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Discuss How Class Conflict Is Represented In A Streetcar Named Desire. (A Streetcar Named Desire By Tennessee Williams)

1299 words - 6 pages

Class conflict is represented throughout the play, A Streetcar Named Desire in various ways through characters, symbols, ideas and language. Characters such as Blanche, Stella, Mitch and Stanley are used throughout the text to represent the upper and lower classes, as well as the conflict between the two classes. Symbols, ideas and language help to define the different classes as well as helping to represent the conflict between classes. The language (dialogue) of the characters, symbolic use of names, animal imagery and colour (clothes) and the ideas of cultural capital help to define what the lower and upper classes are.A Streetcar Named Desire by Tennessee Williams was written in 1947. ...view middle of the document...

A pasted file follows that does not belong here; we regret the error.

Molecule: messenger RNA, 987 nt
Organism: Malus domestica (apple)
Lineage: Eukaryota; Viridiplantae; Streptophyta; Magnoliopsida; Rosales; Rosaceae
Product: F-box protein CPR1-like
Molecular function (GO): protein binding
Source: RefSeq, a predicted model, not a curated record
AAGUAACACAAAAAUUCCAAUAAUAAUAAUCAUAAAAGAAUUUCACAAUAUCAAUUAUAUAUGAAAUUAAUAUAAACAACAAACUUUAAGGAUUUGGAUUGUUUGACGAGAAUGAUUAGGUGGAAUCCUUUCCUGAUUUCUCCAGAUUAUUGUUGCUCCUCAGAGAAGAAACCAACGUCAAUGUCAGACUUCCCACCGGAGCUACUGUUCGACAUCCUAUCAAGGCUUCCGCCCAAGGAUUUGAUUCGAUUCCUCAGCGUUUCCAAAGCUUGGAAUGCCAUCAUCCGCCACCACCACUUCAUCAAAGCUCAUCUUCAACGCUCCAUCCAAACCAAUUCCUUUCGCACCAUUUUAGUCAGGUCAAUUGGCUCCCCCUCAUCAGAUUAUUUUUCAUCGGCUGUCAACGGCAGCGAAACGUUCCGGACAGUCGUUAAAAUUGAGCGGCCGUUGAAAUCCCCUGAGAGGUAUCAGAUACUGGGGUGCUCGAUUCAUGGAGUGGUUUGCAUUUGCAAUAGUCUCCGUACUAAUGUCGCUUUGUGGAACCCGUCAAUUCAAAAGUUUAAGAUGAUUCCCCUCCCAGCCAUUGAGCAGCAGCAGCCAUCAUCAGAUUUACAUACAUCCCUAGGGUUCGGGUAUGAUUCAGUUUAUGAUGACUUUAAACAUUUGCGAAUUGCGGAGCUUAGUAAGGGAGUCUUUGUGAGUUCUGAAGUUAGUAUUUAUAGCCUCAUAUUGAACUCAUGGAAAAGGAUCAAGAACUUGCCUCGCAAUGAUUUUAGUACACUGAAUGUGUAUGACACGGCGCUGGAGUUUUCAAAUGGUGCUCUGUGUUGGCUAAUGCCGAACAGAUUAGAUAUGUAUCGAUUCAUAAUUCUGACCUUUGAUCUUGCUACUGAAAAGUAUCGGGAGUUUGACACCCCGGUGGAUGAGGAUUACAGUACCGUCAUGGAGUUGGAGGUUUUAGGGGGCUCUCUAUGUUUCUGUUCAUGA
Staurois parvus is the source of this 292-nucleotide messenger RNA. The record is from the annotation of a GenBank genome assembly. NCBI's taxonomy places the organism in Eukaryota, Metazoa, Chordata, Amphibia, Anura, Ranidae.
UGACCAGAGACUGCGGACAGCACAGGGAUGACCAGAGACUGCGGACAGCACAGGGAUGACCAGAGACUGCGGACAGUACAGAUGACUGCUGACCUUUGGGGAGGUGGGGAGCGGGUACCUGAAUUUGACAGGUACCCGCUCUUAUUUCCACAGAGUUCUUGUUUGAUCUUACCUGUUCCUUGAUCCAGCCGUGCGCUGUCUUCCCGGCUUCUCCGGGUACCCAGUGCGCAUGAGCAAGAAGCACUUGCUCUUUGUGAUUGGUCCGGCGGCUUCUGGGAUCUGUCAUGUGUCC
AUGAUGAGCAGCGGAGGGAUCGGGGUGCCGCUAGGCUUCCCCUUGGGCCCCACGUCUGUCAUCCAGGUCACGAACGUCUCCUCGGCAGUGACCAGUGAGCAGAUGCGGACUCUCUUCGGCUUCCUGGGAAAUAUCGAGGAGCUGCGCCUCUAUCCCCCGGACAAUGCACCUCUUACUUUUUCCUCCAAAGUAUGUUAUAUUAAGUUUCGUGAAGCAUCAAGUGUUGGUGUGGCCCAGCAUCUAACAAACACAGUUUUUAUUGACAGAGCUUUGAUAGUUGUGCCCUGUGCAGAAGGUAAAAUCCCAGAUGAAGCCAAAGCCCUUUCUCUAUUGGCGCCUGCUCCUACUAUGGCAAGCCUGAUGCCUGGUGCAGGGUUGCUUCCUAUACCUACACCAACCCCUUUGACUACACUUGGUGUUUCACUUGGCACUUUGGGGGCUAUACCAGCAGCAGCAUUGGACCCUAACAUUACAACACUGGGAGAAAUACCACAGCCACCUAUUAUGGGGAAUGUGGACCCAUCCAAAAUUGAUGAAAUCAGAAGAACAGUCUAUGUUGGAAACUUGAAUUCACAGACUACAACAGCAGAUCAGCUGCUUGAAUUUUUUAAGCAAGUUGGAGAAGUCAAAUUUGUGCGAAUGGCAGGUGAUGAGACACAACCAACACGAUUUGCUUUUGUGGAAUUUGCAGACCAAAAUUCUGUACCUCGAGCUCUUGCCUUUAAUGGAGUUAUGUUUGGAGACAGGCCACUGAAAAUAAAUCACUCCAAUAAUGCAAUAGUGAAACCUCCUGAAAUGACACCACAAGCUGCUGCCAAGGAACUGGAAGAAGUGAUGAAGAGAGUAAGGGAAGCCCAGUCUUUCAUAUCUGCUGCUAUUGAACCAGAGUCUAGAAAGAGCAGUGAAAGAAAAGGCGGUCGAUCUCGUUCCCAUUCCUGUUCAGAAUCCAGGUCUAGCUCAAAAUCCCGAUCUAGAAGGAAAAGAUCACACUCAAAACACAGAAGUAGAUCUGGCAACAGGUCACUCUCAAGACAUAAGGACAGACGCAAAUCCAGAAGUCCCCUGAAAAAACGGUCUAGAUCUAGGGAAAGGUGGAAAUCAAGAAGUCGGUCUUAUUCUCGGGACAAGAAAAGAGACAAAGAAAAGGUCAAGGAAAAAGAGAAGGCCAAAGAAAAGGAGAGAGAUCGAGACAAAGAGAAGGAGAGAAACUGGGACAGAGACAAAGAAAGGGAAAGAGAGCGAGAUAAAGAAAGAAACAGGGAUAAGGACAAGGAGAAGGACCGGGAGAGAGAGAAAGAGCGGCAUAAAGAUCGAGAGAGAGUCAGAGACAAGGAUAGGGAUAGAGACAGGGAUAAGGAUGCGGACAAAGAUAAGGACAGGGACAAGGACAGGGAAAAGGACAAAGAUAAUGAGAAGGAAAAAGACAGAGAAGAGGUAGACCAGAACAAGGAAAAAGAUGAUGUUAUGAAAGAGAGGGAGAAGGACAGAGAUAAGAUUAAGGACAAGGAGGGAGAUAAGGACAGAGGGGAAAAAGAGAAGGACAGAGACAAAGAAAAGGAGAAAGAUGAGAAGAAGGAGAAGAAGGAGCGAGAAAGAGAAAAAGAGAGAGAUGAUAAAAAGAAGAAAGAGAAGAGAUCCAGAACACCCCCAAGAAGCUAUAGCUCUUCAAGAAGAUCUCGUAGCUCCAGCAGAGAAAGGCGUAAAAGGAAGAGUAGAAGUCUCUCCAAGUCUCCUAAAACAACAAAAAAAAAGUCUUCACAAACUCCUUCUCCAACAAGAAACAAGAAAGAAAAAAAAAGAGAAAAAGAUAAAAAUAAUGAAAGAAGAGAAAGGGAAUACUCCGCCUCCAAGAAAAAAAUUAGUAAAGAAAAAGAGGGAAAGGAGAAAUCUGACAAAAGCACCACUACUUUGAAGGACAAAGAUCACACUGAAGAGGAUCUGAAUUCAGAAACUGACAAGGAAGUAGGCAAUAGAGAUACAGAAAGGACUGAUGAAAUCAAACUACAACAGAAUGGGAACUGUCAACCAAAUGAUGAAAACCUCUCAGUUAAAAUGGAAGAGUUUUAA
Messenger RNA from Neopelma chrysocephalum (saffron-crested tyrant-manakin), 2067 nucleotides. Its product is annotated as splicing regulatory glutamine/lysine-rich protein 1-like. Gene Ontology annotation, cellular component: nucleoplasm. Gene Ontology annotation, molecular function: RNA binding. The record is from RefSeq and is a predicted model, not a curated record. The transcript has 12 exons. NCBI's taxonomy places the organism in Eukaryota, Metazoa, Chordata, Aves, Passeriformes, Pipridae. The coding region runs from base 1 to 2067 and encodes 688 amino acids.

The conflict becomes evident during the first scene when we first meet Blanche and Stanley. Blanche is dressed in her white proper clothing ("...She is daintily dressed in a white suit with a fluffy bodice, necklace and ear-rings of pearl, white gloves and hat..." Scene One), whilst Stanley is dressed in dirty denim work clothes ("...roughly dressed in blue denim work clothes... carries his bowling jacket..." Scene One). Blanche is often dressed in white, pale, timid colours, whereas Stanley is dressed in bright bold colours. Stanley's bright colours overpowers Blanche's pale colours. Blanche is symbolised as the aristocratic moth and Stanley the common cave man. The symbol of colour helps the reader construct the inevitable doom of the fragile upper class (Blanche) by the strong lower class (Stanley). These symbols of colour and animal imagery related to each character, helps reinforce the conflict between the Old South (upper class) and the New South (lower class).The language (dialogue) of each character and symbolic use of names help in constructing ideas of class conflict in this play. Blanche speaks in a quiet, refined voice and uses sophisticated language ("...- Only Poe! Only Mr Edgar Allan Poe! - could do it justice!" Scene One, Blanche). This constructs Blanche to be fragile and vulnerable, with the cultural capital of sophistication. Blanche uses her speech on a high level, searching for values and reflecting education in her manner. Stanley yells and hollers and uses unsophisticated language. ("[Bellowing]: Hey, there! Stella, Baby!" Scene One, Stanley) Stanley's speech is often dotted with exclamations and short, to the point sentences. Stanley uses his speech to express his wants, likes and dislikes. This further constructs Stanley as loud and strong. Blanche is shown to be singing throughout the text, which in turn aggravates Stanley. This further shows the conflict between the two characters through language (dialogue). The use of names in this play helps in constructing the separate classes. The names Blanche Dubois and Stanley Kowalski help construct different representations of class. The name Blanche means white and creates the irony of Blanche not being as white and pure as her name represents. In contrast the name Stanley offers no specific meaning in relation to meaning in the play. Secondly the name Dubois sounds aristocratic, with a possible proud heritage, whereas the name Kowalski sounds more modern. A Dubois speaks softly and flittingly, as the name is pronounced, whereas a Kowalski speaks loudly and brutally as the name is said. Kowalski's enjoy loud, rowdy poker parties, whilst Dubois's wince and prefer teas, cocktail parties and luncheons. The names of...

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